Coulson LJ noted that Part 36 is clear: there is no automatic entitlement on the part of a defendant to indemnity costs if that defendant beats its own Part 36 offer. That is in contrast to the position of a claimant who beats its own Part 36 offer, where there is an automatic entitlement to indemnity costs (unless that can be shown to be unjust).
He also rejected the defendant’s submission that, following amendments to the CPR to give a renewed emphasis on proportionality in recent years, there should be a “presumption” of indemnity costs in favour of a defendant who beats its own Part 36 offer. Coulson LJ accepted that, unless there is an order for indemnity costs, a claimant will entitled to take points as to the proportionality of the defendant’s costs which would not have been available before the rule changes. However, it was unrealistic to suppose that this would disincentivise a claimant from accepting a defendant’s Part 36 offer and, in any event, to find that there was such a presumption would “amount to a backdoor rewrite of the CPR”.
However, Coulson LJ said, the absence of an automatic entitlement to indemnity costs is the beginning, rather than the end, of the analysis. The fact that a defendant has beaten its own Part 36 offer is “plainly a matter of importance in the exercise of the court’s discretion” in determining the appropriate costs order. In the present case, while the judge properly recorded that the claimants’ failure to accept and then beat the offer was an important matter in the exercise of his discretion, he did not explain why this important factor did not lead him to exercise his discretion in favour of an order for indemnity costs.
In the particular circumstances of this case, Coulson LJ concluded that this failure was a separate and stand-alone element of the claimants’ conduct which was out of the norm, separately justifying an award of indemnity costs, or alternatively justifying such an order when taken together with the speculative/weak nature of the claims.
However, it was appropriate to limit the order for indemnity costs to the period after the claimants had had time to digest the appeal judgment on the preliminary issues, ie 7 May 2017, rather than awarding indemnity costs from the end of the relevant period for the Part 36 offer in March/April 2015. It was from the later date that the claimants’ refusal of the offer was “unreasonable beyond any doubt”.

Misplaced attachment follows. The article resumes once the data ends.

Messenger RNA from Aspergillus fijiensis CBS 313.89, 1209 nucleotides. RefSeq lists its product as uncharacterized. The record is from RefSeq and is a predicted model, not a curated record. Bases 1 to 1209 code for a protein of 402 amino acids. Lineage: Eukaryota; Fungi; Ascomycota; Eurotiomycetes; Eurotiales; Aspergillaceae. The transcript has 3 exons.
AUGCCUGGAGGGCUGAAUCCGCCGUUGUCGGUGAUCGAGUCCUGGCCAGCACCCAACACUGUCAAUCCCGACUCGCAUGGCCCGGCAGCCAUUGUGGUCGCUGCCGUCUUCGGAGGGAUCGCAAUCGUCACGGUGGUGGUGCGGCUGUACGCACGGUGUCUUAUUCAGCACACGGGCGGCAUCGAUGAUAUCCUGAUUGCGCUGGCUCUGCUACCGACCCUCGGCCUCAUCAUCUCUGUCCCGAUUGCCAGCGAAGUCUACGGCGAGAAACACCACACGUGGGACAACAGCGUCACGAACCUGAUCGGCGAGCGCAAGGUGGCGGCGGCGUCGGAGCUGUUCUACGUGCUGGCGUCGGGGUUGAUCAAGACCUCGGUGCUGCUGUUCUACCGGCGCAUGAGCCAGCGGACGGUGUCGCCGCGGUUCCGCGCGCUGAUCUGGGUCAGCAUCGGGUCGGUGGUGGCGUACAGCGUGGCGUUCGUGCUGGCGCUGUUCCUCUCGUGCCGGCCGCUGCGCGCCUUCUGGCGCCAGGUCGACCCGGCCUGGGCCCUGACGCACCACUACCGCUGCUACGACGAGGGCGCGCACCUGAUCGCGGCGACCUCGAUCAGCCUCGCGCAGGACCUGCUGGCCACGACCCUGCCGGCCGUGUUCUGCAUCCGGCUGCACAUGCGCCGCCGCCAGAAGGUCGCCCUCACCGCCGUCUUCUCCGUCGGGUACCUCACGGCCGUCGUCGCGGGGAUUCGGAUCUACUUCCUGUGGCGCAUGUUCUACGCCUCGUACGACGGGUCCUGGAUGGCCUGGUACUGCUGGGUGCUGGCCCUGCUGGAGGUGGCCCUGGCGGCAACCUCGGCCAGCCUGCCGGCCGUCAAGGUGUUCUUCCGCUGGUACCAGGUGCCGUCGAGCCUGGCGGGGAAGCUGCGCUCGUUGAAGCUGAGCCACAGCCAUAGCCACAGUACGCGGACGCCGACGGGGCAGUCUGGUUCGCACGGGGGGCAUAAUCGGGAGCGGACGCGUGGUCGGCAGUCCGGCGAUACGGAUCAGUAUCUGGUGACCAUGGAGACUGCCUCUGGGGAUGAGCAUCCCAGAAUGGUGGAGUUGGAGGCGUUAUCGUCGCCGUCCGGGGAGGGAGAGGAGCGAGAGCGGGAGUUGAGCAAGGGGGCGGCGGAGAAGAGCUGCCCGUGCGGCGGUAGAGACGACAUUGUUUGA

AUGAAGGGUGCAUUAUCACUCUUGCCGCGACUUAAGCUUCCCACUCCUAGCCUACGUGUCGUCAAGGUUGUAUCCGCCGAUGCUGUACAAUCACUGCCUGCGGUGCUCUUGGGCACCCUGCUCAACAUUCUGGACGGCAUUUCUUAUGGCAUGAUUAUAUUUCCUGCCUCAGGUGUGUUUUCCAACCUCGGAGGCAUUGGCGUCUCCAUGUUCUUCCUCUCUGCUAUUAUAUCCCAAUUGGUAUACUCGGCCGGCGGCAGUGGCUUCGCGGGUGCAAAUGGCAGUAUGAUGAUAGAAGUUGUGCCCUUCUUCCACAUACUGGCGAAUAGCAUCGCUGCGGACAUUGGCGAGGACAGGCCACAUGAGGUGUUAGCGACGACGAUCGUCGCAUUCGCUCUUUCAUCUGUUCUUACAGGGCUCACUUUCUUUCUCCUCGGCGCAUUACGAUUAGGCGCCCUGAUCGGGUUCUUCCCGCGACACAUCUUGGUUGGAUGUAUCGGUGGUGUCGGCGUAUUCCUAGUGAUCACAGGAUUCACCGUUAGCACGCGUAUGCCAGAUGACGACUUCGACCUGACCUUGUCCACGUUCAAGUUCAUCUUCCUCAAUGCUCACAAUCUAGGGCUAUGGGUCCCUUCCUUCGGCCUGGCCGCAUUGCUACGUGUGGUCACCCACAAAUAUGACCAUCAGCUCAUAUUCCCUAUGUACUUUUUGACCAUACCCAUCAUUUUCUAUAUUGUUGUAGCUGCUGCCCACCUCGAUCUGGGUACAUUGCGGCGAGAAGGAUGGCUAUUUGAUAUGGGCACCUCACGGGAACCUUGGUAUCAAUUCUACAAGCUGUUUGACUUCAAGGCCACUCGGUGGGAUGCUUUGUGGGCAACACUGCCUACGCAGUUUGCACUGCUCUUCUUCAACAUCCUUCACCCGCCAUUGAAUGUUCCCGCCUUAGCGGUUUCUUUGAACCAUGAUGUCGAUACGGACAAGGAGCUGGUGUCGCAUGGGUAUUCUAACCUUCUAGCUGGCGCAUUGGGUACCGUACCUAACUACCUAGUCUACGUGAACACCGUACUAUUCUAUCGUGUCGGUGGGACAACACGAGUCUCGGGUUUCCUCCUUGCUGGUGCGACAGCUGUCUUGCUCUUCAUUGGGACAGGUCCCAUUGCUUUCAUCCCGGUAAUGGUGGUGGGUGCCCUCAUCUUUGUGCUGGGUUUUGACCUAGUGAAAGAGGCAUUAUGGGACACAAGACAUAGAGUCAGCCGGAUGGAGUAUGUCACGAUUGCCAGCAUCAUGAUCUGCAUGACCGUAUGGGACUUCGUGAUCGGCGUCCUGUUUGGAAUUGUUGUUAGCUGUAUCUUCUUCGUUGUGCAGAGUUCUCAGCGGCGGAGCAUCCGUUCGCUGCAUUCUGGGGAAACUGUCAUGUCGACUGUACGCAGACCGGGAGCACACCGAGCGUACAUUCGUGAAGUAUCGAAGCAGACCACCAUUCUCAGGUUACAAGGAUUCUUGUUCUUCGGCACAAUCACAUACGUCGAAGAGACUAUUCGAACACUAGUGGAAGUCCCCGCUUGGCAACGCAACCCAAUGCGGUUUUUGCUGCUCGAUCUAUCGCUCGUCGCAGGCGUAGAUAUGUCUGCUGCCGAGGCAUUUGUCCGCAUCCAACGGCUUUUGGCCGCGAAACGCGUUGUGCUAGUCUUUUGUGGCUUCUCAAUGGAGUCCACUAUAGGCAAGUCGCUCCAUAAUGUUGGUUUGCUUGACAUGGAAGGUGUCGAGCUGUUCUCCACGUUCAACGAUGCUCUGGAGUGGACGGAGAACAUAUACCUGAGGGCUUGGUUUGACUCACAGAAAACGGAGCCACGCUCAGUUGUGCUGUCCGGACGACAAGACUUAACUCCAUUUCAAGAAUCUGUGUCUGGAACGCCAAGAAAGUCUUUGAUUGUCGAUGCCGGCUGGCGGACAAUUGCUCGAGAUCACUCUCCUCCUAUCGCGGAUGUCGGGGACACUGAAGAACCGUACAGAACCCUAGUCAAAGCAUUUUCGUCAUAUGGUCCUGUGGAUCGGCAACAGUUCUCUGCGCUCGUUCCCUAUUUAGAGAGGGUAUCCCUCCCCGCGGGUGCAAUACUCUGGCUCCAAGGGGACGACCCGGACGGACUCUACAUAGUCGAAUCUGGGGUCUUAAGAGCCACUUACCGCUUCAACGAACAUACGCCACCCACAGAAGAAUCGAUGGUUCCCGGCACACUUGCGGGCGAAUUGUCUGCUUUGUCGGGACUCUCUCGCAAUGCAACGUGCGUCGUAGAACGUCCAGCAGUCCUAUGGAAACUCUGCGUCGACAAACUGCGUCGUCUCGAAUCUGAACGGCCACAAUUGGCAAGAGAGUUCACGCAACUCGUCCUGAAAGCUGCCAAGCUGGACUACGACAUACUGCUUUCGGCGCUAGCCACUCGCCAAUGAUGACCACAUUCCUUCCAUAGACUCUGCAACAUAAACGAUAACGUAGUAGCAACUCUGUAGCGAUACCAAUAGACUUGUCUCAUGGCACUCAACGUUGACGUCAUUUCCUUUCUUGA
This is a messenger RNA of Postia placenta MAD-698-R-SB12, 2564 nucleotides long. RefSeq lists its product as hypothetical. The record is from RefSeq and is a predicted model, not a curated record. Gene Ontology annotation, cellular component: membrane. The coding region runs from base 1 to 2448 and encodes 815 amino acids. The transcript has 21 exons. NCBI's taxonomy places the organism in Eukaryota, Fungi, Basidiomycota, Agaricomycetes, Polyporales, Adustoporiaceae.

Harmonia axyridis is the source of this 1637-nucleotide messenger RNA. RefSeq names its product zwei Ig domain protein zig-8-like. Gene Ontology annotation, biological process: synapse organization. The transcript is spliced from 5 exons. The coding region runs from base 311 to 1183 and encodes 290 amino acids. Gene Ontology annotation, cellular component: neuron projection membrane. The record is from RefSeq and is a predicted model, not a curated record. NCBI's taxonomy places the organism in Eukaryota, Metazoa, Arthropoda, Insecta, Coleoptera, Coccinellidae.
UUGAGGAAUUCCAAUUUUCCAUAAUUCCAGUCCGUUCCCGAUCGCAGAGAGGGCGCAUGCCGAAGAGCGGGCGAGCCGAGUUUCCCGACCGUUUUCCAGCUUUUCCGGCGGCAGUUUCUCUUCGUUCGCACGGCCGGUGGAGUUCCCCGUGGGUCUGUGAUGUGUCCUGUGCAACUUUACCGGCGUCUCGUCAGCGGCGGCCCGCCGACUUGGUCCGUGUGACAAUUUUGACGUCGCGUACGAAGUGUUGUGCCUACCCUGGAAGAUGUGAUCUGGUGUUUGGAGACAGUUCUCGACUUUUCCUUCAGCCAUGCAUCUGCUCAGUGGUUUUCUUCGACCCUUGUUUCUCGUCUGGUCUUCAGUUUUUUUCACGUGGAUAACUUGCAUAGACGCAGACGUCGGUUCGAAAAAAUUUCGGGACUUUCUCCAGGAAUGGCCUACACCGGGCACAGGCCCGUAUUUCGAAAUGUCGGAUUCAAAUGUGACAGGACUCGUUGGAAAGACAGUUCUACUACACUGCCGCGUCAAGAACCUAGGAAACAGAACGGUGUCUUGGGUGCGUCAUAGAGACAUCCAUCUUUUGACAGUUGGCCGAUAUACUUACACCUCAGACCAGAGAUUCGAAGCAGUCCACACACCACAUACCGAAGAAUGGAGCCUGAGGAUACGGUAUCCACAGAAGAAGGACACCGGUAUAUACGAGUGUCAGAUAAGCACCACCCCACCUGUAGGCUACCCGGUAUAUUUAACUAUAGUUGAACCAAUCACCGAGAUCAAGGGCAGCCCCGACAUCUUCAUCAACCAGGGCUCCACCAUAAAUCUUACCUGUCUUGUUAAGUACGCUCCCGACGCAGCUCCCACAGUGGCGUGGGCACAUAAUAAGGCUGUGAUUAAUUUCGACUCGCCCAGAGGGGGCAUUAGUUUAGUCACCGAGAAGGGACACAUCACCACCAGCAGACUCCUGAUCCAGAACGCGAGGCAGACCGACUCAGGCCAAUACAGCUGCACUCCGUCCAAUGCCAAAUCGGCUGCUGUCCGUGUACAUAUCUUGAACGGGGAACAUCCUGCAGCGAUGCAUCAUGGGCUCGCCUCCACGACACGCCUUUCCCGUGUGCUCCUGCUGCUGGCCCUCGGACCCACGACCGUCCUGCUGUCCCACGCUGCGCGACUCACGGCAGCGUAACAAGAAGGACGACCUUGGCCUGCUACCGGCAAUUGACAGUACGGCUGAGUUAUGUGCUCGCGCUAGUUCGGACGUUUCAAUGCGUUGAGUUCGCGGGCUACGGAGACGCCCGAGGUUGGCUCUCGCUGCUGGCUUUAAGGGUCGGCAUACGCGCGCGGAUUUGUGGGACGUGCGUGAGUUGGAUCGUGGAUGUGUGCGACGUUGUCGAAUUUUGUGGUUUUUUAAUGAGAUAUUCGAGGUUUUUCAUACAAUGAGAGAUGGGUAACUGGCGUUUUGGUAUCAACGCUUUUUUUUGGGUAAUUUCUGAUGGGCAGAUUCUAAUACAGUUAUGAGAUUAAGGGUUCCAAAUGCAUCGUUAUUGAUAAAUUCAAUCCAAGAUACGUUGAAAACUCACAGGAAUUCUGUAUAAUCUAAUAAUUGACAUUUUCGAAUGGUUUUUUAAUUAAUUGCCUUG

Issue 3: Costs budget
The claimants submitted that an order for indemnity costs would provide the defendant with a way round her approved costs budget, and thereby reward her for failing to keep her costs within the approved budget. Coulson LJ rejected that submission.
Citing comments from cases including Denton v TH White Ltd  EWCA Civ 906 and Kellie v Wheatley and Lloyd Architects Ltd  EWHC 2886 (TCC), Coulson LJ said that, in principle, the assessment of costs on an indemnity basis is not constrained by the approved cost budget. To the extent that his own obiter comments in Elvanite Full Circle Ltd v AMEC Earth and Environmental (UK) Ltd  EWHC 1643 (TCC) (considered here) or Bank of Ireland v Watts  EWHC 2472 (TCC) suggested the contrary, they should be disregarded.
In the present case, Coulson LJ said, he was not persuaded that there was an approved budget figure which was a reliable comparator with the amount of costs actually incurred. The costs management order related only to certain elements of costs, and even those figures were uncertain because the order envisaged that there would be revised costs budgets.
Even if there had been an approved budget figure, it could not affect whether or not the court should make an order for indemnity costs. There is as a matter of principle no overlap between a costs budget, which is approved on the basis of projected costs figures that were assessed as reasonable and proportionate, and the actual costs to be assessed by reference to the indemnity basis, where proportionality is not relevant.
Coulson LJ did comment, however, that in the circumstances of this case the defendant’s costs of some £724,000 were likely to be found unreasonable, and so were likely to be reduced even on an assessment on the indemnity basis.